Kasten did not explain in detail exactly why he decided to depart.
“It’s just time to be doing something else,” Kasten said.
The Nationals are headed toward a third consecutive last-place finish in the NL East,and their attendance is 14th in the 16-team league.
Washington’s game against Houston on Monday drew an announced paid attendance of 10,999, its smallest at Nationals Park since baseball returned to the nation’s capital in 2005. Fewer than 12,000 showed up Tuesday, and under 13,000 were at Wednesday’s game at a stadium that opened in 2008 and holds more than 40,000.
“The decision for me to leave was not hard. It was the right thing to do,” Kasten said.
“I made a commitment to stay with them for five years _ through the end of the 2010 season. About a year ago or so I went to the family and told them I would not be staying beyond that five-year commitment,” Kasten said.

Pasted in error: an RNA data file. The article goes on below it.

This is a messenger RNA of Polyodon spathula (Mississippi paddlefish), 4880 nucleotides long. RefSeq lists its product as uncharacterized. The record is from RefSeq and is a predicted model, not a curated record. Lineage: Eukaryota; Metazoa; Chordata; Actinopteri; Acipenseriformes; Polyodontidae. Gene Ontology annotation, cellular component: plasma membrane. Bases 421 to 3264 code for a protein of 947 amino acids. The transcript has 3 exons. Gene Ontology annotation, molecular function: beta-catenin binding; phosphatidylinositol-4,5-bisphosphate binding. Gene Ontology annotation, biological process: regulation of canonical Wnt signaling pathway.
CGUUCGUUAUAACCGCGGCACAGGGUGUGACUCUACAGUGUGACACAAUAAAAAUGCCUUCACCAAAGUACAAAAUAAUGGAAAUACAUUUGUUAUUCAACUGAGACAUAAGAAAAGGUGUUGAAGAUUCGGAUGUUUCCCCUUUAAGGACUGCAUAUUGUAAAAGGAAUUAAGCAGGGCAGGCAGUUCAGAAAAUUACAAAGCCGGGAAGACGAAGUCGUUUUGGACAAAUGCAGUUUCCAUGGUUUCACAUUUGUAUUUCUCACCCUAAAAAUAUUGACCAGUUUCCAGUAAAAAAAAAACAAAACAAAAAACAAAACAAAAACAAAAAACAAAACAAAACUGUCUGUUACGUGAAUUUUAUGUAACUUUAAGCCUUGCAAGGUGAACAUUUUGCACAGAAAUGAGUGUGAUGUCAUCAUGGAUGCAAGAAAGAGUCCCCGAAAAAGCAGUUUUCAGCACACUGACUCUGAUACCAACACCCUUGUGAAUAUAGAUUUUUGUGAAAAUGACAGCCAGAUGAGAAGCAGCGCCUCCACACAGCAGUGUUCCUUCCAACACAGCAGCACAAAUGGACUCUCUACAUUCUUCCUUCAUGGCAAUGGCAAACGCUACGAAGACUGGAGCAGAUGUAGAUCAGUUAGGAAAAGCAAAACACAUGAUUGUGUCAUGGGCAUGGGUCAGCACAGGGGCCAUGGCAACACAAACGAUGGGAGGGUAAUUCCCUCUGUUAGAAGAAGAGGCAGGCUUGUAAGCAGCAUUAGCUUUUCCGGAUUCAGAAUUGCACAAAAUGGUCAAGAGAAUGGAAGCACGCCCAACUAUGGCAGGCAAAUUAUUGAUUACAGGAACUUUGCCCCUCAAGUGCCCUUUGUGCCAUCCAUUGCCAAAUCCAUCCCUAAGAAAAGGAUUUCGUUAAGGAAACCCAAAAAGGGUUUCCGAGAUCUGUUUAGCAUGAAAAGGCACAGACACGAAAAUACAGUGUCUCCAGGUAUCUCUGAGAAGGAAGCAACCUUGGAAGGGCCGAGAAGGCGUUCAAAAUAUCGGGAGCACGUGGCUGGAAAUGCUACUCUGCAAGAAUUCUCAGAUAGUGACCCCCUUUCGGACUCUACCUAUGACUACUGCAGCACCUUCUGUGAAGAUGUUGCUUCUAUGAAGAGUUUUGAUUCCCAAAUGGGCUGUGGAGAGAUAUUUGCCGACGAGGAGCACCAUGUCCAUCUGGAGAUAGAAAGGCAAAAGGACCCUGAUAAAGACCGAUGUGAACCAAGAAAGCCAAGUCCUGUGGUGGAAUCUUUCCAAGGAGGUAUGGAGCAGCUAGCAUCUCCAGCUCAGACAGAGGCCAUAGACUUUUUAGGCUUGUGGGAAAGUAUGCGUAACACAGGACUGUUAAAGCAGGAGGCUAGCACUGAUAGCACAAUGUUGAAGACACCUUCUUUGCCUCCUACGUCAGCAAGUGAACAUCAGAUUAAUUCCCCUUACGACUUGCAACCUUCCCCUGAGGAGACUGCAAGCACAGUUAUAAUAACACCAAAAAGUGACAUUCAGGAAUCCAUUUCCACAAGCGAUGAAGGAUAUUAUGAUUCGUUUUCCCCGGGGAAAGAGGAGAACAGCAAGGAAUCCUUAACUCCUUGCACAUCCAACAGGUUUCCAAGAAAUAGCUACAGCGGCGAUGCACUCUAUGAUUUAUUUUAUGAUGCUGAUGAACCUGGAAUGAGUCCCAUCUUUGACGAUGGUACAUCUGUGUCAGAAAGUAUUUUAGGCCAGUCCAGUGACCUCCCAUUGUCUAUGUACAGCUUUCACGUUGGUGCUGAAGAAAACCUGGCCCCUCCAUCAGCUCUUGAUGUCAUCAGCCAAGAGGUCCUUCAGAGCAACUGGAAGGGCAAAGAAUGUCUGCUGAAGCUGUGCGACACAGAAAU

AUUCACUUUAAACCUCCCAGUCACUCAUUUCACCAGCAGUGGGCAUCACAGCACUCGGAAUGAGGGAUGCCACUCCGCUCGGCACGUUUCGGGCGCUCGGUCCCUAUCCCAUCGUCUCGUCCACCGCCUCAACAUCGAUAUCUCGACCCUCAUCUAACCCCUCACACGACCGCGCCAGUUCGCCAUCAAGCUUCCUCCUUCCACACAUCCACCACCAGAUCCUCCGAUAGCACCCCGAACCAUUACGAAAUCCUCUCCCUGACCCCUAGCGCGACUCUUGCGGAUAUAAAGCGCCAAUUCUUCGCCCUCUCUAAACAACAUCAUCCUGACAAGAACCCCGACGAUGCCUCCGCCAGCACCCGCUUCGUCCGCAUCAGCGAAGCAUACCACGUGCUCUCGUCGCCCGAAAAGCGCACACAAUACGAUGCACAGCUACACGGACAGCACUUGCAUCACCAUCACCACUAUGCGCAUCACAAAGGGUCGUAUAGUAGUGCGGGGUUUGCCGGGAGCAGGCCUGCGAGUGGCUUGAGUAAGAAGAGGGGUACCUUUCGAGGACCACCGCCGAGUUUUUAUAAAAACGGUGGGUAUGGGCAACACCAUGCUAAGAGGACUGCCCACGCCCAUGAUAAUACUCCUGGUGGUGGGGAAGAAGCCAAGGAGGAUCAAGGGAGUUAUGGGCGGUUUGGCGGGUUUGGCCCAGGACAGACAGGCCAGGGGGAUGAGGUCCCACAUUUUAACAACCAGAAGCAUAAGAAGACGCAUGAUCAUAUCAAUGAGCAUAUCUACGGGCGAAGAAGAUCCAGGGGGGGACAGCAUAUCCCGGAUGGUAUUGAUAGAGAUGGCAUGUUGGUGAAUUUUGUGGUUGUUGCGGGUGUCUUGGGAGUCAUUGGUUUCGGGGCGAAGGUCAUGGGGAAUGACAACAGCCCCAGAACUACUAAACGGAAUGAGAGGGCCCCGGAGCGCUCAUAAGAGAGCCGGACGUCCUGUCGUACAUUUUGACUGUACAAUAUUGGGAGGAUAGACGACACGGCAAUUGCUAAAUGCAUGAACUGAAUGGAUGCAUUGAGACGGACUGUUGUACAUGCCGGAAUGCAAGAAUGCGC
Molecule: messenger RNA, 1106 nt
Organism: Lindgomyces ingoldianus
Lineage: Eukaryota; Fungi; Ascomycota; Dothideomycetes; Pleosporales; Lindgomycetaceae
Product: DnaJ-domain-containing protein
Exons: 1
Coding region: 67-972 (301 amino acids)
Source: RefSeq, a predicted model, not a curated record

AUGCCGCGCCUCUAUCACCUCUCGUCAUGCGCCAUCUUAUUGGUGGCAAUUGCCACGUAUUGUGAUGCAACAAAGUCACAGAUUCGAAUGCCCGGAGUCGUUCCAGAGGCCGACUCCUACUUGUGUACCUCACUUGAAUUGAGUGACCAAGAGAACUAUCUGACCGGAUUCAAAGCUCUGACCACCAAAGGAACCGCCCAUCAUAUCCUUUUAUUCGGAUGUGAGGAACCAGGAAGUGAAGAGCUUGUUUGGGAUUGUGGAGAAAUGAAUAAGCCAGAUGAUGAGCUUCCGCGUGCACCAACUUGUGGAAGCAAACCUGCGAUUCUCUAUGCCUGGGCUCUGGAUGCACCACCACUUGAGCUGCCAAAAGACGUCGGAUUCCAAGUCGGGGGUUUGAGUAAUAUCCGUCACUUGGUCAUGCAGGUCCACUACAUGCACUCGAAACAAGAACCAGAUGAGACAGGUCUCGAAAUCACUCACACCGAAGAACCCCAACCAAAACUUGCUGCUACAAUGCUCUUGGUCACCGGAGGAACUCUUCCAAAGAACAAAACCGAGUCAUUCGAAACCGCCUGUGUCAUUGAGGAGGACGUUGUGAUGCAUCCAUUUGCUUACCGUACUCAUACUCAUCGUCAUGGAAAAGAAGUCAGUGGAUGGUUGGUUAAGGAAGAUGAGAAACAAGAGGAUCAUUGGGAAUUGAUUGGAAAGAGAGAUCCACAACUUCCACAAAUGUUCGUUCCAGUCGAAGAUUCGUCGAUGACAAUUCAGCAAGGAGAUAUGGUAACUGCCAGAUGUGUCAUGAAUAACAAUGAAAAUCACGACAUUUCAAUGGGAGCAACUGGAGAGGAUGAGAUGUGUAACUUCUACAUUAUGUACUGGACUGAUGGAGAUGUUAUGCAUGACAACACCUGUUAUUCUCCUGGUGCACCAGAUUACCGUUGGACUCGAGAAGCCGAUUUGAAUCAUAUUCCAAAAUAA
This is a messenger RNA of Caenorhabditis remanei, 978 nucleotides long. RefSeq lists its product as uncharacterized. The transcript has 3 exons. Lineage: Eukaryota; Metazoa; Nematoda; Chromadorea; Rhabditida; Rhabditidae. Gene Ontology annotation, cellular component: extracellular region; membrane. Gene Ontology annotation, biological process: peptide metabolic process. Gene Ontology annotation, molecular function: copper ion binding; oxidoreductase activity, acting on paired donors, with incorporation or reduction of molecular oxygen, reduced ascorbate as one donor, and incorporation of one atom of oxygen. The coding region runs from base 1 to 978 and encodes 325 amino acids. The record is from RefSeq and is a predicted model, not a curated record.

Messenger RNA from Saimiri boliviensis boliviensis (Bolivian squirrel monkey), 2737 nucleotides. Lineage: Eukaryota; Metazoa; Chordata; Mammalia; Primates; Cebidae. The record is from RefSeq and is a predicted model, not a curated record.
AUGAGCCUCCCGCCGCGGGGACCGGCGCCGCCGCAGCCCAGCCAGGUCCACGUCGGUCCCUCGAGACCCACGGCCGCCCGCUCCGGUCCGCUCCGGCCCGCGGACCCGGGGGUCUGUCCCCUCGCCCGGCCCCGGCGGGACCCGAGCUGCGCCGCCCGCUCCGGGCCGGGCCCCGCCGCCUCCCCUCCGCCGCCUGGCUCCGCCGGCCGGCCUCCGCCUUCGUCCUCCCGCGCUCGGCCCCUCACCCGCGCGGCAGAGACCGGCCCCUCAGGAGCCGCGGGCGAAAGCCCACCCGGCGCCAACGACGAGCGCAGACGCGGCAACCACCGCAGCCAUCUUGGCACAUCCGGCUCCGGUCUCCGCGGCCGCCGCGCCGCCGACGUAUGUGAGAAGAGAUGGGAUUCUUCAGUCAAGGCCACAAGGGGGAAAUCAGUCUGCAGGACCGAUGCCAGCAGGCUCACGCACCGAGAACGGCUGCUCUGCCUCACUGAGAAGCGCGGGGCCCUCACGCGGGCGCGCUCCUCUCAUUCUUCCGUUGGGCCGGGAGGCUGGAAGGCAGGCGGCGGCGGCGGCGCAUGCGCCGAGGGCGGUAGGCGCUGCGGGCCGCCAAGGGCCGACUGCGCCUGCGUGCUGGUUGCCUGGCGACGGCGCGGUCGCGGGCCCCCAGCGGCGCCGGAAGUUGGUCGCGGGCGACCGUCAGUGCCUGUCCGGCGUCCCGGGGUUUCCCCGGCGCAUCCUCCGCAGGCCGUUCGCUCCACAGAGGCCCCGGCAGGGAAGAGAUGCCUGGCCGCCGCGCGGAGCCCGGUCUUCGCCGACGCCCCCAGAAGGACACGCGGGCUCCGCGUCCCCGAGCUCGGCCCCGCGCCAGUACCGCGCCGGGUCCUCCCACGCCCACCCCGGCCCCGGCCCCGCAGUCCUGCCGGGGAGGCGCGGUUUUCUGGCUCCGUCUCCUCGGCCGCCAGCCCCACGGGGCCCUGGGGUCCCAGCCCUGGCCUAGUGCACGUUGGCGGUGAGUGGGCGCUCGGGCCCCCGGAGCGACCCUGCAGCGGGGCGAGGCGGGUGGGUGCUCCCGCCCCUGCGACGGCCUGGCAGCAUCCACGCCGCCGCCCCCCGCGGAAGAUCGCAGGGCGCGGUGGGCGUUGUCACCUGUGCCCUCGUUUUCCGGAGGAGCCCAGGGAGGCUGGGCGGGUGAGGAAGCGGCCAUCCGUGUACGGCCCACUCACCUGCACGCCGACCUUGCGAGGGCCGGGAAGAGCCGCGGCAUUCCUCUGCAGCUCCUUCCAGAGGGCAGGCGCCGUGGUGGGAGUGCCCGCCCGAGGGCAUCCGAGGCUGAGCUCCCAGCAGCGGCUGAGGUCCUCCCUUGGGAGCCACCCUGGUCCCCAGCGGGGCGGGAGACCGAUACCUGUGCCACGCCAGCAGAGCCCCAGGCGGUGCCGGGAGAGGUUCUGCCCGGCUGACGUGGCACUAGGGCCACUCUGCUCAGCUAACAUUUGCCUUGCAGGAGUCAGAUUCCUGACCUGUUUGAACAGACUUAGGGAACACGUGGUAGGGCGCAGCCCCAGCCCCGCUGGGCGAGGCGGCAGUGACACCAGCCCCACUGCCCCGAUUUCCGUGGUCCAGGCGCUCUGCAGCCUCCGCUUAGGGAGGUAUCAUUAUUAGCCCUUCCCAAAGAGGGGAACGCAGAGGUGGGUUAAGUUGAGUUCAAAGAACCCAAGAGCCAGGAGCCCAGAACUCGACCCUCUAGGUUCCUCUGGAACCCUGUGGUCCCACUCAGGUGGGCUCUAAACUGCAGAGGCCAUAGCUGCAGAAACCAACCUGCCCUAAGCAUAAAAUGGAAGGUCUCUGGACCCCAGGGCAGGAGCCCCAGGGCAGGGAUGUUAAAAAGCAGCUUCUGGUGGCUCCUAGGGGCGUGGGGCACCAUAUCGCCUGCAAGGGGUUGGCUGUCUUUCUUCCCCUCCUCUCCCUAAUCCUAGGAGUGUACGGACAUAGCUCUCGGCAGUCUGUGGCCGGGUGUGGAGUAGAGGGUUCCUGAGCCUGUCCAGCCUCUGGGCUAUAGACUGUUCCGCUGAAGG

Kasten immediately became the public face of that group, doing most of the speaking at a news conference to introduce the new owners.
“I had great relationships with the Lerners. We had really good talks. This was clear this was what I wanted to do. Yes, they would have been happy for me to stay,” Kasten said.
He also declined to say whether he would retain his ownership stake in the Nationals.
“I know the stories and speculation. Let me assure you, this is just about me. This has nothing to do with anybody else or anything else,” Kasten said. “This is about me, what’s good for me and my family and my own personal expectations, goals, aspirations, purely that and nothing else.”View Entire Story
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